Fight Fiber with Fiber
A study in the journal Obesity found that every ten-gram increase in subjects' consumption of soluble fiber over the course of five years was associated with a nearly 4 percent reduction in the accumulation of visceral fat, a type of belly fat linked to a host of health problems, including type 2 diabetes. Soluble fiber (found in oats, beans, and some fruits and veggies) can reduce the absorption of sugar and cholesterol into the bloodstream.
5 Fiber All-Stars
Get in more fat-burning soluble fiber with these foods.
Black beans: 1 cup = 4 grams of soluble fiber
Brussels sprouts: 1/2 cup = 3 grams of soluble fiber
Pear: medium = 2 grams of soluble fiber
Prunes: 1/4 cup = 1.5 grams of soluble fiber
Instant oatmeal: 1 packet = 1 gram of soluble fiber
Enjoy Your Joe
A new study in the Journal of the National Cancer Institute suggests that caffeinated coffee may help prevent malignant melanoma, the most dangerous form of skin cancer. Researchers found that people who regularly drank four or more cups (the equivalent of two Grandes at Starbucks) a day had on average a 25 percent lower risk of developing melanoma over the course of about ten years. One theory is that the roasting process produces vitamins that may protect against UVB damage. While decaf didn't show the same effect, another recent report linked drinking three to five cups (decaf or caffeinated) daily to a potential decrease in the risk of heart disease.
Step Out of the Shade
You've probably heard about the many benefits of vitamin D—it may help stave off depression, diabetes, heart disease, even some types of cancer. Now a study of roughly 400 healthy adults has found that the nutrient, which is produced during sun exposure, may improve physical strength, possibly by preventing muscle fibers from atrophying. Researchers discovered that high D levels are associated with greater arm and leg strength—a promising finding given that we lose up to 8 percent of our muscle mass per decade between ages 30 and 70.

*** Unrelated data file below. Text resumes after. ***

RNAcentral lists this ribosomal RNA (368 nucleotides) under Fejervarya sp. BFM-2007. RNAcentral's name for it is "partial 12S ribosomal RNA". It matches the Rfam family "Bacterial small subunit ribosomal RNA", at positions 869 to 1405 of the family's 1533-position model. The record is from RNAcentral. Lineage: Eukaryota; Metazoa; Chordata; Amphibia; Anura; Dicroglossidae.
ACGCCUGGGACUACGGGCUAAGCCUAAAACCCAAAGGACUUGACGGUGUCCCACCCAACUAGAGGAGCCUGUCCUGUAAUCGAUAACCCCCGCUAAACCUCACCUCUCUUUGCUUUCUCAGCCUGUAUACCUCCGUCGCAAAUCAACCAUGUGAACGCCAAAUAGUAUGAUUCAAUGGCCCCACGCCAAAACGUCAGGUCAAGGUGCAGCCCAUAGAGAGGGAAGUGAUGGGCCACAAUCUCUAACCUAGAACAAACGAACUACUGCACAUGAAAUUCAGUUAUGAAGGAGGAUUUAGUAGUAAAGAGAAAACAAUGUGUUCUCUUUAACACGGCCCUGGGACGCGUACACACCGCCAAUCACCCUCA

Walk (Even a Little!)
A brisk 20-minute walk each day may be all it takes to live longer. A new study of more than 334,000 people published in the American Journal of Clinical Nutrition revealed that even small increases in physical activity can reduce the risk of death by up to an astonishing 30 percent. And lunchtime may be the best time for a stroll if you want some bonus de-stressing: A small study found that when normally sedentary female office workers began walking for 30 minutes three times a week during their usual lunch hour, they reported feeling less distressed and more relaxed.
Drinking a cup of nitrate-rich beetroot juice each day significantly lowered blood pressure in people with hypertension, according to a new report. Over the course of four weeks, subjects' systolic blood pressure (the top number, which measures the pressure in arteries as the heart beats) dropped by about 8 points, while diastolic BP (the bottom number, which measures pressure between beats) decreased 2 to 5 points. Why? The body converts nitrate to nitric oxide, which relaxes arteries and improves blood flow.
Snooze Your Way Slim
A little more shut-eye may help ease your reliance on high-calorie snacks for energy. A small study in the journal Appetite found that when people who normally slept less than six and a half hours a night got an extra 96 minutes, they were 62 percent less likely to crave junk food and reported feeling less hungry overall.
Question Your Meds
At least two million Americans are infected with drug-resistant bacteria each year. One of the easiest ways to fight the emergence of such superbugs is to avoid misusing antibiotics. When you take an antibiotic, it kills not just illness-causing bacteria, but also good, infection-fighting bacteria. This gives bugs that are naturally resistant to the drug the chance to proliferate. As a result, the same antibiotic may not work the next time you need it. Currently, one in two hospital patients is prescribed an antibiotic. To protect yourself—and your fellow humans—ask your doctor if you really need a prescription. If you don't, skip it.
Just Do It!
"Not tonight, dear, I have a"—wait a minute. A recent German study found that 60 percent of subjects who were experiencing migraines and 37 percent who had severe headaches actually reported partial or complete pain relief after having sex—possibly because the brain releases endorphins, natural pain relievers, during the act.